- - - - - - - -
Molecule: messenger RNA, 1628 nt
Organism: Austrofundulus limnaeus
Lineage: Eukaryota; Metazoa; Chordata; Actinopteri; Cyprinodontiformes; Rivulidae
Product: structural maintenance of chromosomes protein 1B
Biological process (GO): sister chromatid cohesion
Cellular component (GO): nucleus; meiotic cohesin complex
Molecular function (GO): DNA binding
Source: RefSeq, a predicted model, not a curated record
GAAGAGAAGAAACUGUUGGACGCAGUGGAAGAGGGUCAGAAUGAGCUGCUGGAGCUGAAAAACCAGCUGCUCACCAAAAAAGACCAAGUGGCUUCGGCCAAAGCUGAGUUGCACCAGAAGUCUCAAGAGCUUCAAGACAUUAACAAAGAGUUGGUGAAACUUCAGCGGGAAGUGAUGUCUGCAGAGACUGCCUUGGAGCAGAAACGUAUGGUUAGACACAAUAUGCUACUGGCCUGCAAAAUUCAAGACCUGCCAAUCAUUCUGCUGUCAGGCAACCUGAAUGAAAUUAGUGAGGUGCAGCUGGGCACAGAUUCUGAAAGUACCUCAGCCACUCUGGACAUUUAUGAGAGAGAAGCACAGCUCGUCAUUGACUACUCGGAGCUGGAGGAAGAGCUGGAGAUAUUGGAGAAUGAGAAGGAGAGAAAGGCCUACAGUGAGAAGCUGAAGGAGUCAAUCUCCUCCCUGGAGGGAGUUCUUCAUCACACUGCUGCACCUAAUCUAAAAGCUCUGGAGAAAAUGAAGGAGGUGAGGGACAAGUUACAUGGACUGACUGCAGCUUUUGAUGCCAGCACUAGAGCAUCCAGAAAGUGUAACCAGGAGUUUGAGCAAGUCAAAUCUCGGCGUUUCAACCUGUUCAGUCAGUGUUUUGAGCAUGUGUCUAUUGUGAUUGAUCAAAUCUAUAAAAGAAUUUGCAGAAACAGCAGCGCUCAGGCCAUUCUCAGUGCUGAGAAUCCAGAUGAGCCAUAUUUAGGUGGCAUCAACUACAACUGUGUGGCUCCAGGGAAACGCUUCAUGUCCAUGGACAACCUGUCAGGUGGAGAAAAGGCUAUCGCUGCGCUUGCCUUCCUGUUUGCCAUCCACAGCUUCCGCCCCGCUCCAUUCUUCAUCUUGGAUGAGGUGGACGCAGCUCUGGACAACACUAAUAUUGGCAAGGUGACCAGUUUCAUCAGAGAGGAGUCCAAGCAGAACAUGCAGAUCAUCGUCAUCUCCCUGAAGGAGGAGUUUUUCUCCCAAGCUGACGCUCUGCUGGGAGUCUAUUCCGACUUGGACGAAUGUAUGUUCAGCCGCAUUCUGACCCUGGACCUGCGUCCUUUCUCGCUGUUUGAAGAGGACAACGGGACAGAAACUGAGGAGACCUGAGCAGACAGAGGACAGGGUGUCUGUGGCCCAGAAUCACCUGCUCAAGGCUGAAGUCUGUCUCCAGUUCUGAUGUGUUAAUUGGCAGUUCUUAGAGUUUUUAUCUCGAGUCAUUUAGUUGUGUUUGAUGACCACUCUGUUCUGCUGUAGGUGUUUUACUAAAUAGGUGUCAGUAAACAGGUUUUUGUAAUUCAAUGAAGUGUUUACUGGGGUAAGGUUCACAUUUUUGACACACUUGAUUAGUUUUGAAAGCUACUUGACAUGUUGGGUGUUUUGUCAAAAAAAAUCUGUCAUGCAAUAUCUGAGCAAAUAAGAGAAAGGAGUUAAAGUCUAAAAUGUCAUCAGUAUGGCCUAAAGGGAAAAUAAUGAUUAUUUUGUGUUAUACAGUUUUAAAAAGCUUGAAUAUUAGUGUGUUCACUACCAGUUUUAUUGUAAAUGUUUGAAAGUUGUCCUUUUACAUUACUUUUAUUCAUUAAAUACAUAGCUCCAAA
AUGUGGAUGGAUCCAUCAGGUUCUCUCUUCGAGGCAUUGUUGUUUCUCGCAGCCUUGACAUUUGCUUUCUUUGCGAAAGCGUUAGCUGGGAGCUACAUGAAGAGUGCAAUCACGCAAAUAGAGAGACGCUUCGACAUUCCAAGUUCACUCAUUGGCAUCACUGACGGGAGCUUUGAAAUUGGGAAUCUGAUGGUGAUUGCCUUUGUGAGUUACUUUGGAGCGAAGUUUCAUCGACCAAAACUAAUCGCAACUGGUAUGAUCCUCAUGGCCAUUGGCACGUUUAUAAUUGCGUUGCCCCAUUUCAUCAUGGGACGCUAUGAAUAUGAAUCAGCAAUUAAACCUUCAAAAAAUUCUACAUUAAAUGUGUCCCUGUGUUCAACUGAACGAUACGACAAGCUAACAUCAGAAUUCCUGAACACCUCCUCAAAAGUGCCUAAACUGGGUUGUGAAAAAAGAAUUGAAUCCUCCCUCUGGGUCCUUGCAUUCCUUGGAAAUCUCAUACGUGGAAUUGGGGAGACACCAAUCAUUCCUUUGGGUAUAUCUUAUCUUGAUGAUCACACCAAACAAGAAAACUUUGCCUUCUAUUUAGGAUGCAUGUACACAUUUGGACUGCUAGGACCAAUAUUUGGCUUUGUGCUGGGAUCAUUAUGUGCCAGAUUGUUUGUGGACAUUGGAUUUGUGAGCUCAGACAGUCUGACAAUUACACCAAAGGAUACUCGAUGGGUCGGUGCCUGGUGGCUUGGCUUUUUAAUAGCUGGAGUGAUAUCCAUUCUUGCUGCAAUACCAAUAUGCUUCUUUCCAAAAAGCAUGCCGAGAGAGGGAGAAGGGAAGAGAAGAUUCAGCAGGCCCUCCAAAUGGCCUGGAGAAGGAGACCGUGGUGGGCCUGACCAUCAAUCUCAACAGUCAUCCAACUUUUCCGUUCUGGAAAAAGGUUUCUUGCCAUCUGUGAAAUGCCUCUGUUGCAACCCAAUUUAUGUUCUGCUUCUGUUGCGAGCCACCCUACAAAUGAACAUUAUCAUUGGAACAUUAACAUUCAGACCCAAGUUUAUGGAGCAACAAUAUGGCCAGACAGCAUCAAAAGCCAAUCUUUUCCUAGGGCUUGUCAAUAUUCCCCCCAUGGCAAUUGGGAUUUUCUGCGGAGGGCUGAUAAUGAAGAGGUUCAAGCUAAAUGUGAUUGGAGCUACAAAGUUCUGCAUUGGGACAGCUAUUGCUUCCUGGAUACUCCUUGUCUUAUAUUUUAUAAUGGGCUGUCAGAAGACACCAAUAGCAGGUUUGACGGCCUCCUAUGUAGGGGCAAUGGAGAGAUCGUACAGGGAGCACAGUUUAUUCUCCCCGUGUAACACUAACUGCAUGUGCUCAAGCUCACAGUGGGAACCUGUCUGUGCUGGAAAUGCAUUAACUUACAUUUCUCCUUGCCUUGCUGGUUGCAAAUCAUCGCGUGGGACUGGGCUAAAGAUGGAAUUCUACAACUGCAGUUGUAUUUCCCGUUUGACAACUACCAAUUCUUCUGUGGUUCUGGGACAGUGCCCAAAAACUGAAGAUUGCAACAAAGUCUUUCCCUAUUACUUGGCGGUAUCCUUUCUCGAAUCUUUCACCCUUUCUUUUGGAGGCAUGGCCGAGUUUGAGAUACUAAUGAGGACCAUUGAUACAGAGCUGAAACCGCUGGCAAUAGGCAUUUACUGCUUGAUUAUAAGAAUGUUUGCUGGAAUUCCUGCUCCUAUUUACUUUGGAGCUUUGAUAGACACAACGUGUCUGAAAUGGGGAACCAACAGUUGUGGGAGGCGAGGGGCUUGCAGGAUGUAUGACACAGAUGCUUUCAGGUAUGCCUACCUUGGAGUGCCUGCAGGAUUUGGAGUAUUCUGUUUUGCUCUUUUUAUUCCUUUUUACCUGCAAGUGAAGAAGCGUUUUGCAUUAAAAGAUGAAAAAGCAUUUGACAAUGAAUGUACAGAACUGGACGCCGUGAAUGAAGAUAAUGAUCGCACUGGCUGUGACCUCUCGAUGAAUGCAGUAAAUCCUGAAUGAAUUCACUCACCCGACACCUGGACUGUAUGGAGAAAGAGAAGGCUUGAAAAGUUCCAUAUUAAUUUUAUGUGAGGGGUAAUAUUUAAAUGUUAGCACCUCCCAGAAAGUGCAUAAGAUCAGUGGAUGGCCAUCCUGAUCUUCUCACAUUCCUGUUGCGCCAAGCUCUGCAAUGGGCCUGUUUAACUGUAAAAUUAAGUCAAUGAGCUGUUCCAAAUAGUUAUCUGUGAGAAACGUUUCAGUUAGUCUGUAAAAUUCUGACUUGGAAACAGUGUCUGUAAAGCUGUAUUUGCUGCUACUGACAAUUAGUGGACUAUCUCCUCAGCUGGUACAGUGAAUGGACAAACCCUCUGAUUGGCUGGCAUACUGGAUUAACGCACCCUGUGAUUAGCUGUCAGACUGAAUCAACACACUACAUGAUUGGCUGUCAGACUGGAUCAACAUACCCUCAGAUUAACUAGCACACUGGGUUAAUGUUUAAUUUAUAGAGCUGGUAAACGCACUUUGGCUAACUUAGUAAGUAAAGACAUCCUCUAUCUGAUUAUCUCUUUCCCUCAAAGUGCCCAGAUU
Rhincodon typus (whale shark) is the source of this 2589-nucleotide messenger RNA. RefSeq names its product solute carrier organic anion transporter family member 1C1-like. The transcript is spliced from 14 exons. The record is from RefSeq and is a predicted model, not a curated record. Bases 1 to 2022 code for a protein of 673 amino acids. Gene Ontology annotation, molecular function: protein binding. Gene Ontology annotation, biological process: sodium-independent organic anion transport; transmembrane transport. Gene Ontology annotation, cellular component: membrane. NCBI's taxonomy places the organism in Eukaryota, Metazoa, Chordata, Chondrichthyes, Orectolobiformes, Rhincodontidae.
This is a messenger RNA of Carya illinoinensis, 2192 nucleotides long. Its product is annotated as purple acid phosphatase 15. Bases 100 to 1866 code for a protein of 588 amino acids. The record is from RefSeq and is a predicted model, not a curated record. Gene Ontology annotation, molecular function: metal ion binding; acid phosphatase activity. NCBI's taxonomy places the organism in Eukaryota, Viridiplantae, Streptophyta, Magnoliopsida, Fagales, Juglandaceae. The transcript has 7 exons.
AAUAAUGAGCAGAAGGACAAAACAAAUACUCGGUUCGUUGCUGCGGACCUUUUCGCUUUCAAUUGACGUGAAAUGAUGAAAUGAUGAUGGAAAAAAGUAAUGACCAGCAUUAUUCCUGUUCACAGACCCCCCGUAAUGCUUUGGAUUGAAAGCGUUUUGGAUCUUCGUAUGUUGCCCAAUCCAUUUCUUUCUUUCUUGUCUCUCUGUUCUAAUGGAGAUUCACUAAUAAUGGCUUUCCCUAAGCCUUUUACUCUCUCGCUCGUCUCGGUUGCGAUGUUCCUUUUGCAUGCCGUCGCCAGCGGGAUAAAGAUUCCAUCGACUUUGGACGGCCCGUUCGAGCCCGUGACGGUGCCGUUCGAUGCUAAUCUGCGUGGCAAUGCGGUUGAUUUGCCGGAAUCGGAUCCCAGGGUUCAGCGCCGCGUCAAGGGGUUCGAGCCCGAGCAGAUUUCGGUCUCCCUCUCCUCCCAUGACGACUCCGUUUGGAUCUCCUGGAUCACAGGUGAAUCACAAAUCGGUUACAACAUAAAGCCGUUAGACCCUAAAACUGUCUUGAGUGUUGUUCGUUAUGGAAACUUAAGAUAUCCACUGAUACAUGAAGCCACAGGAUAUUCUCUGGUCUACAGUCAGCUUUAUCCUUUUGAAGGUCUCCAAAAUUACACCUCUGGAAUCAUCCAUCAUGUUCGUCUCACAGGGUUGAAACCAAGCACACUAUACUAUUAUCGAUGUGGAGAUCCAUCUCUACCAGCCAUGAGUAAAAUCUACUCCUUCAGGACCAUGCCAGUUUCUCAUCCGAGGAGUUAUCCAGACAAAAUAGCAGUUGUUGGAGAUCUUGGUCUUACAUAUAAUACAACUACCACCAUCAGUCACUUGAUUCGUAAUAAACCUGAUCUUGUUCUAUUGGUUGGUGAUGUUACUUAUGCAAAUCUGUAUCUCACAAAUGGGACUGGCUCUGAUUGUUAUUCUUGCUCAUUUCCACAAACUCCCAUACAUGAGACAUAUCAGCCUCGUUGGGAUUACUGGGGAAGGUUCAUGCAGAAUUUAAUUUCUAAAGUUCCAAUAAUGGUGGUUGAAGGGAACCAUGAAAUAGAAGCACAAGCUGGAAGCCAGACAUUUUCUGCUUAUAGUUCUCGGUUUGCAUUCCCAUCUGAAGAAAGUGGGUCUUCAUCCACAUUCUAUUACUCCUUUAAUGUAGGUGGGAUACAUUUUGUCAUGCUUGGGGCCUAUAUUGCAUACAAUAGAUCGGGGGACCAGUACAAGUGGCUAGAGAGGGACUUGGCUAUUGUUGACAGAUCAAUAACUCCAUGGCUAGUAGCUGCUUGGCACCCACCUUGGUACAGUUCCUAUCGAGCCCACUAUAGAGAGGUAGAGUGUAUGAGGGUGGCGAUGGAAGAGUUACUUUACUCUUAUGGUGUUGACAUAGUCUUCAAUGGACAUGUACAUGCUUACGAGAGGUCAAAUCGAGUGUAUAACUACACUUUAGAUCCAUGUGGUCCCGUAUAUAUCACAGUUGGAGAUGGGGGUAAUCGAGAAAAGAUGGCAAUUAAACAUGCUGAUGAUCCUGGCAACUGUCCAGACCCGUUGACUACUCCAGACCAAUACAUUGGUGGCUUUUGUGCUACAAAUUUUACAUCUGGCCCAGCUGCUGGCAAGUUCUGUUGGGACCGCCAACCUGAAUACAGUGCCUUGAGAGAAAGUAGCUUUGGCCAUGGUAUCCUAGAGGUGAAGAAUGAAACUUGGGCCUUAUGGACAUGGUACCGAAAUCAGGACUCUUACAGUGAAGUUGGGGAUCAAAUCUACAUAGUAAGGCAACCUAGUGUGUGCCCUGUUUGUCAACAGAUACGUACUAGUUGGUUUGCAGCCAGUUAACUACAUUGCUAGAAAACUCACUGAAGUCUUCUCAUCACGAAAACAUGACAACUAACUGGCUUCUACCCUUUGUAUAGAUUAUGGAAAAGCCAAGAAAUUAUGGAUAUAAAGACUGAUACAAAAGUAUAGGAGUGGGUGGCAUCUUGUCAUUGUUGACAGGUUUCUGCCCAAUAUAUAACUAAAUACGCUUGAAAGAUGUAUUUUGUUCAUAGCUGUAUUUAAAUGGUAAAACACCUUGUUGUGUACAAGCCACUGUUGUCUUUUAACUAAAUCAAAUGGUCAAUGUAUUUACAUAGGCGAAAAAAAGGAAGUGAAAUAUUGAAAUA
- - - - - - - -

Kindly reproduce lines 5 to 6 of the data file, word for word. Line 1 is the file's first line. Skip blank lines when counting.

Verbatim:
Biological process (GO): sister chromatid cohesion
Cellular component (GO): nucleus; meiotic cohesin complex